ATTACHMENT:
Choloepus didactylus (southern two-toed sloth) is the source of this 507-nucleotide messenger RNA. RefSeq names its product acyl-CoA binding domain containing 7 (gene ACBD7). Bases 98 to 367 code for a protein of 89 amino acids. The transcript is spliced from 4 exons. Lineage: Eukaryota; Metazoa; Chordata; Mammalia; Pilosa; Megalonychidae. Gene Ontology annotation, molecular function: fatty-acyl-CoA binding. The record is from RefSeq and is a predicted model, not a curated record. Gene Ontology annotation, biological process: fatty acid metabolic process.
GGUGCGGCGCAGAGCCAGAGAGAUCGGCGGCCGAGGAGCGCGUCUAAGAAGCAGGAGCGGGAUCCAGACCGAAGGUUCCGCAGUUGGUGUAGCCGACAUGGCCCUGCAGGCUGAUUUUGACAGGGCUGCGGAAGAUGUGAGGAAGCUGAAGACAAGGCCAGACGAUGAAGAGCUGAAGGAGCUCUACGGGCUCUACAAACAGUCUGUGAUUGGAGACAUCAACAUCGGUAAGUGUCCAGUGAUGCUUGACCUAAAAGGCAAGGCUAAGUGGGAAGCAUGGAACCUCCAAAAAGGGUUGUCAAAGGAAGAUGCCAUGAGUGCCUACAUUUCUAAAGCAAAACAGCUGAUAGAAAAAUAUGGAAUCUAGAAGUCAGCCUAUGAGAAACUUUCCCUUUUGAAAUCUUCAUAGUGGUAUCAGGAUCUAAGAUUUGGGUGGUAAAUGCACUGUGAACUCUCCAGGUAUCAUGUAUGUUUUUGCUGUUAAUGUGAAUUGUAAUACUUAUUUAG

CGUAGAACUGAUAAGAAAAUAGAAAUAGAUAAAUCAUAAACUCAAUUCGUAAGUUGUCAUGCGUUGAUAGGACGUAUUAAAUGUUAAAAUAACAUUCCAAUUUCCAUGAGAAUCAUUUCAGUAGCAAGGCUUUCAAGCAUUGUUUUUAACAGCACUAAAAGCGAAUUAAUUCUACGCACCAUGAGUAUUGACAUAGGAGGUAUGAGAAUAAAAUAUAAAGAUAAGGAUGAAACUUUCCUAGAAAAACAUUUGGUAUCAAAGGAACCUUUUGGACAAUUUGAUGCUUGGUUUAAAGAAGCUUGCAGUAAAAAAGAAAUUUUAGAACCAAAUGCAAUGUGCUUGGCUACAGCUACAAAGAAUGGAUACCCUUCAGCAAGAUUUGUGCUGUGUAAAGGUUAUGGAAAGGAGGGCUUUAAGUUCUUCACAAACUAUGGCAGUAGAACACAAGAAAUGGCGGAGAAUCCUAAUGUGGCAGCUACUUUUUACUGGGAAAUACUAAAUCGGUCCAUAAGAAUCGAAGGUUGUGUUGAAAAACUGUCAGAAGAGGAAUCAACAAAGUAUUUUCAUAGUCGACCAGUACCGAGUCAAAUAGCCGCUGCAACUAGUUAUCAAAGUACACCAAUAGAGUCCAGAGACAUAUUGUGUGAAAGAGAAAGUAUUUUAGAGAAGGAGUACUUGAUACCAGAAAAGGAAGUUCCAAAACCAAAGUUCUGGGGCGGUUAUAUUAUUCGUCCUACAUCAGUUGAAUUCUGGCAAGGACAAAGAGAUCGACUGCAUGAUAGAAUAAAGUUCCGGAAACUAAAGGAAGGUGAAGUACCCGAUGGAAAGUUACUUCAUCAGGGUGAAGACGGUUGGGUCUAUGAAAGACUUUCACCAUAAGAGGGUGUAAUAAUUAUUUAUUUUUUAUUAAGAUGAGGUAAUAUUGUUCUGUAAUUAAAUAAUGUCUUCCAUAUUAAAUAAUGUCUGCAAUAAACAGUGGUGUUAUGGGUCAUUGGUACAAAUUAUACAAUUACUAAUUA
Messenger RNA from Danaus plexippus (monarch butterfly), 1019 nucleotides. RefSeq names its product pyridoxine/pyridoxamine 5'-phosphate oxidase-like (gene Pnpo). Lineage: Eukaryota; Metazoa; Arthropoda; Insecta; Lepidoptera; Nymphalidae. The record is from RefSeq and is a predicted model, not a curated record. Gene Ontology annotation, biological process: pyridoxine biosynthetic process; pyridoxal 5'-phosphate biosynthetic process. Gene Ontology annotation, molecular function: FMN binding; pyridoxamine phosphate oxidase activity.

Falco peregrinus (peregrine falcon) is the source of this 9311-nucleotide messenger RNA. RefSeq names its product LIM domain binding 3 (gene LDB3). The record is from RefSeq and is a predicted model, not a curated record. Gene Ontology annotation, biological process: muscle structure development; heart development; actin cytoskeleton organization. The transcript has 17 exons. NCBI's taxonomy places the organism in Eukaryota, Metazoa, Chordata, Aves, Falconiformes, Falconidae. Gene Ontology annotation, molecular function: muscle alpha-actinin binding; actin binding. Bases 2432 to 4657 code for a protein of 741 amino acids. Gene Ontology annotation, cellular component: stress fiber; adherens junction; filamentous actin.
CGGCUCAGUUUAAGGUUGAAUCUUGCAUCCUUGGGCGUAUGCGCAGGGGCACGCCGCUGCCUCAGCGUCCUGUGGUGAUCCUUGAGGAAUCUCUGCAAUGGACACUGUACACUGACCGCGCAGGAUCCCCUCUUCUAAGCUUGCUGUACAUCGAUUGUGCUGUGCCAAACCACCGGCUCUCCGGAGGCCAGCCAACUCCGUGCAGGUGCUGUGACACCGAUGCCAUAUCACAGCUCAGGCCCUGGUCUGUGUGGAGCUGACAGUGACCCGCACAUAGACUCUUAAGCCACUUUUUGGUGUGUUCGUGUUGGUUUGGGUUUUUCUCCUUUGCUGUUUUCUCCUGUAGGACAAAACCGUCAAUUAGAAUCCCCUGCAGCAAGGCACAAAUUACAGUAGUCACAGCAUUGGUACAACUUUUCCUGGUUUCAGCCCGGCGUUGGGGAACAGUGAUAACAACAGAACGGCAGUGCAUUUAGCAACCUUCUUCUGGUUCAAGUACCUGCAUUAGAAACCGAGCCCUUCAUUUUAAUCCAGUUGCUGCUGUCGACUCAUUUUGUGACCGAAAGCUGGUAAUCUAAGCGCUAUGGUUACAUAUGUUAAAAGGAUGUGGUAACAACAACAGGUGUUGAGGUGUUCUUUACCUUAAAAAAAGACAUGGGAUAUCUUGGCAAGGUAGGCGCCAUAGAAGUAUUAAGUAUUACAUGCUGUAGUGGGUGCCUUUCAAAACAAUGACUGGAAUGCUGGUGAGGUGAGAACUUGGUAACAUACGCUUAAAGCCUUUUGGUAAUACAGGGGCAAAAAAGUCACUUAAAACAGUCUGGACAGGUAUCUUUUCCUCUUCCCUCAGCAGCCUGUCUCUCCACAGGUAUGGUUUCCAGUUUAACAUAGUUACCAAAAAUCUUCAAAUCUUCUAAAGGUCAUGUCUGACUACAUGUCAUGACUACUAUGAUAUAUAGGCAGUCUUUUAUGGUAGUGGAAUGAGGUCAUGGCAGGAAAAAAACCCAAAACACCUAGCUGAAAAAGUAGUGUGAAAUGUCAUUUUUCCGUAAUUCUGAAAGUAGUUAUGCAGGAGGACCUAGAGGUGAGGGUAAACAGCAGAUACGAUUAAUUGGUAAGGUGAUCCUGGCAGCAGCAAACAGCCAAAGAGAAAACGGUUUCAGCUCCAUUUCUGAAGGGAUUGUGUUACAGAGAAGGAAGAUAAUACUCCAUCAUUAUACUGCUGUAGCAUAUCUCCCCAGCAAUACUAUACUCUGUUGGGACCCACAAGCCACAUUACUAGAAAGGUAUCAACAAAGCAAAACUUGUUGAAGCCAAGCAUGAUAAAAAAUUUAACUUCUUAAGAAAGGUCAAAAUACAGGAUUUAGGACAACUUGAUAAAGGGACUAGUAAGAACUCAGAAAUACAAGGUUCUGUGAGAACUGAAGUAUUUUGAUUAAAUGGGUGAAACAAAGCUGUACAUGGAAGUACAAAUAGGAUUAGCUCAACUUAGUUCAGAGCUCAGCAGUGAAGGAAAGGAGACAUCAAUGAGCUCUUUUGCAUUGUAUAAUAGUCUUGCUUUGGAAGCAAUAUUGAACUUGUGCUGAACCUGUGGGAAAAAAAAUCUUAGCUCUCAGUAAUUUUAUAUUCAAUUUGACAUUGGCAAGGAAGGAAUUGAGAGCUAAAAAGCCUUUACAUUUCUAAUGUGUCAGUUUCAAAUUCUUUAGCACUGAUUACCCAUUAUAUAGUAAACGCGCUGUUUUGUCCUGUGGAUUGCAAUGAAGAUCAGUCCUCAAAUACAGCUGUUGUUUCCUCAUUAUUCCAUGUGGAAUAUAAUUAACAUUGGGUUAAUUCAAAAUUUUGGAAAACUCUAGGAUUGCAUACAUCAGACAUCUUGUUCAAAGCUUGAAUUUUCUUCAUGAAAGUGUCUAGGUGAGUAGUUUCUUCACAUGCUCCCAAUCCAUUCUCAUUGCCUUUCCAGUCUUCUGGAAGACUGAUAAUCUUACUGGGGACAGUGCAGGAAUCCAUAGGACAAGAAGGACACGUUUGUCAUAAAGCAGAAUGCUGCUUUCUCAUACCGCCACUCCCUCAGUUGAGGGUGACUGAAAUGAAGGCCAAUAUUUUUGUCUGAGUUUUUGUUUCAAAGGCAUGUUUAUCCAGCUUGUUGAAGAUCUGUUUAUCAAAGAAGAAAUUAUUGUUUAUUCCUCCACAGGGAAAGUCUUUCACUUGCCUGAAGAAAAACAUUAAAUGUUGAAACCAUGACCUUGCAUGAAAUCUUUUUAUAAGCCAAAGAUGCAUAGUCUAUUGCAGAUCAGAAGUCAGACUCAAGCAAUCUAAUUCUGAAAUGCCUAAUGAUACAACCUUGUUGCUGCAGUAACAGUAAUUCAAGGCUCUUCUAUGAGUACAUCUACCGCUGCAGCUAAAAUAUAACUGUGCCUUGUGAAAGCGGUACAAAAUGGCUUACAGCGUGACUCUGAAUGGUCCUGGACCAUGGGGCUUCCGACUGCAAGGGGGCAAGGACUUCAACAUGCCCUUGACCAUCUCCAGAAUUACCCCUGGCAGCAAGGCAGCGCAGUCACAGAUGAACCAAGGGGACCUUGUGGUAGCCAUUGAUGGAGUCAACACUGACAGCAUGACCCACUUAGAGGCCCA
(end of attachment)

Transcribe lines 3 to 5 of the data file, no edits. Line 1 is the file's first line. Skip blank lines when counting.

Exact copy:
CGUAGAACUGAUAAGAAAAUAGAAAUAGAUAAAUCAUAAACUCAAUUCGUAAGUUGUCAUGCGUUGAUAGGACGUAUUAAAUGUUAAAAUAACAUUCCAAUUUCCAUGAGAAUCAUUUCAGUAGCAAGGCUUUCAAGCAUUGUUUUUAACAGCACUAAAAGCGAAUUAAUUCUACGCACCAUGAGUAUUGACAUAGGAGGUAUGAGAAUAAAAUAUAAAGAUAAGGAUGAAACUUUCCUAGAAAAACAUUUGGUAUCAAAGGAACCUUUUGGACAAUUUGAUGCUUGGUUUAAAGAAGCUUGCAGUAAAAAAGAAAUUUUAGAACCAAAUGCAAUGUGCUUGGCUACAGCUACAAAGAAUGGAUACCCUUCAGCAAGAUUUGUGCUGUGUAAAGGUUAUGGAAAGGAGGGCUUUAAGUUCUUCACAAACUAUGGCAGUAGAACACAAGAAAUGGCGGAGAAUCCUAAUGUGGCAGCUACUUUUUACUGGGAAAUACUAAAUCGGUCCAUAAGAAUCGAAGGUUGUGUUGAAAAACUGUCAGAAGAGGAAUCAACAAAGUAUUUUCAUAGUCGACCAGUACCGAGUCAAAUAGCCGCUGCAACUAGUUAUCAAAGUACACCAAUAGAGUCCAGAGACAUAUUGUGUGAAAGAGAAAGUAUUUUAGAGAAGGAGUACUUGAUACCAGAAAAGGAAGUUCCAAAACCAAAGUUCUGGGGCGGUUAUAUUAUUCGUCCUACAUCAGUUGAAUUCUGGCAAGGACAAAGAGAUCGACUGCAUGAUAGAAUAAAGUUCCGGAAACUAAAGGAAGGUGAAGUACCCGAUGGAAAGUUACUUCAUCAGGGUGAAGACGGUUGGGUCUAUGAAAGACUUUCACCAUAAGAGGGUGUAAUAAUUAUUUAUUUUUUAUUAAGAUGAGGUAAUAUUGUUCUGUAAUUAAAUAAUGUCUUCCAUAUUAAAUAAUGUCUGCAAUAAACAGUGGUGUUAUGGGUCAUUGGUACAAAUUAUACAAUUACUAAUUA
Messenger RNA from Danaus plexippus (monarch butterfly), 1019 nucleotides. RefSeq names its product pyridoxine/pyridoxamine 5'-phosphate oxidase-like (gene Pnpo). Lineage: Eukaryota; Metazoa; Arthropoda; Insecta; Lepidoptera; Nymphalidae. The record is from RefSeq and is a predicted model, not a curated record. Gene Ontology annotation, biological process: pyridoxine biosynthetic process; pyridoxal 5'-phosphate biosynthetic process. Gene Ontology annotation, molecular function: FMN binding; pyridoxamine phosphate oxidase activity.

Falco peregrinus (peregrine falcon) is the source of this 9311-nucleotide messenger RNA. RefSeq names its product LIM domain binding 3 (gene LDB3). The record is from RefSeq and is a predicted model, not a curated record. Gene Ontology annotation, biological process: muscle structure development; heart development; actin cytoskeleton organization. The transcript has 17 exons. NCBI's taxonomy places the organism in Eukaryota, Metazoa, Chordata, Aves, Falconiformes, Falconidae. Gene Ontology annotation, molecular function: muscle alpha-actinin binding; actin binding. Bases 2432 to 4657 code for a protein of 741 amino acids. Gene Ontology annotation, cellular component: stress fiber; adherens junction; filamentous actin.